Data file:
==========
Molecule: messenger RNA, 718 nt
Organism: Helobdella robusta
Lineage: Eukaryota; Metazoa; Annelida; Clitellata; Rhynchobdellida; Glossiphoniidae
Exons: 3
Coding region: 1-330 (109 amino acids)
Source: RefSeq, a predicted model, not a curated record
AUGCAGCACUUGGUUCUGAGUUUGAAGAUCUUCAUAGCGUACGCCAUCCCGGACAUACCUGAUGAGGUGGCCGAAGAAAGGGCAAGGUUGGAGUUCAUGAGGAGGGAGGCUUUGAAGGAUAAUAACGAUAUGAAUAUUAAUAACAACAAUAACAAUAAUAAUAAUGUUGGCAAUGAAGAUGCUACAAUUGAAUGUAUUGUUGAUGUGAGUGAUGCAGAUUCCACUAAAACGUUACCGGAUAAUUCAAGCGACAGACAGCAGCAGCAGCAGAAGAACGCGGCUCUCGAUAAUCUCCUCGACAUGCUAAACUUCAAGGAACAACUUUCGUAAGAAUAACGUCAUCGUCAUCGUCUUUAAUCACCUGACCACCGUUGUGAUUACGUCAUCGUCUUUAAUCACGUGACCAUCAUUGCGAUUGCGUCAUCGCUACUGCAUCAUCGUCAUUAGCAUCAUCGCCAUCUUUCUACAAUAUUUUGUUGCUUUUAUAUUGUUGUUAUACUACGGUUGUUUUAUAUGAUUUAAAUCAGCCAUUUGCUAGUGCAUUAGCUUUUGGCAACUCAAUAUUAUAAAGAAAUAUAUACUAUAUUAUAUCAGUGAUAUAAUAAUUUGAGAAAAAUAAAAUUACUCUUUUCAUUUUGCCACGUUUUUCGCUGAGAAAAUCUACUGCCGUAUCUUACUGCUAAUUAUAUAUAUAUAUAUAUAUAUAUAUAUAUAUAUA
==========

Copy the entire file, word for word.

Molecule: messenger RNA, 718 nt
Organism: Helobdella robusta
Lineage: Eukaryota; Metazoa; Annelida; Clitellata; Rhynchobdellida; Glossiphoniidae
Exons: 3
Coding region: 1-330 (109 amino acids)
Source: RefSeq, a predicted model, not a curated record
AUGCAGCACUUGGUUCUGAGUUUGAAGAUCUUCAUAGCGUACGCCAUCCCGGACAUACCUGAUGAGGUGGCCGAAGAAAGGGCAAGGUUGGAGUUCAUGAGGAGGGAGGCUUUGAAGGAUAAUAACGAUAUGAAUAUUAAUAACAACAAUAACAAUAAUAAUAAUGUUGGCAAUGAAGAUGCUACAAUUGAAUGUAUUGUUGAUGUGAGUGAUGCAGAUUCCACUAAAACGUUACCGGAUAAUUCAAGCGACAGACAGCAGCAGCAGCAGAAGAACGCGGCUCUCGAUAAUCUCCUCGACAUGCUAAACUUCAAGGAACAACUUUCGUAAGAAUAACGUCAUCGUCAUCGUCUUUAAUCACCUGACCACCGUUGUGAUUACGUCAUCGUCUUUAAUCACGUGACCAUCAUUGCGAUUGCGUCAUCGCUACUGCAUCAUCGUCAUUAGCAUCAUCGCCAUCUUUCUACAAUAUUUUGUUGCUUUUAUAUUGUUGUUAUACUACGGUUGUUUUAUAUGAUUUAAAUCAGCCAUUUGCUAGUGCAUUAGCUUUUGGCAACUCAAUAUUAUAAAGAAAUAUAUACUAUAUUAUAUCAGUGAUAUAAUAAUUUGAGAAAAAUAAAAUUACUCUUUUCAUUUUGCCACGUUUUUCGCUGAGAAAAUCUACUGCCGUAUCUUACUGCUAAUUAUAUAUAUAUAUAUAUAUAUAUAUAUAUAUAUA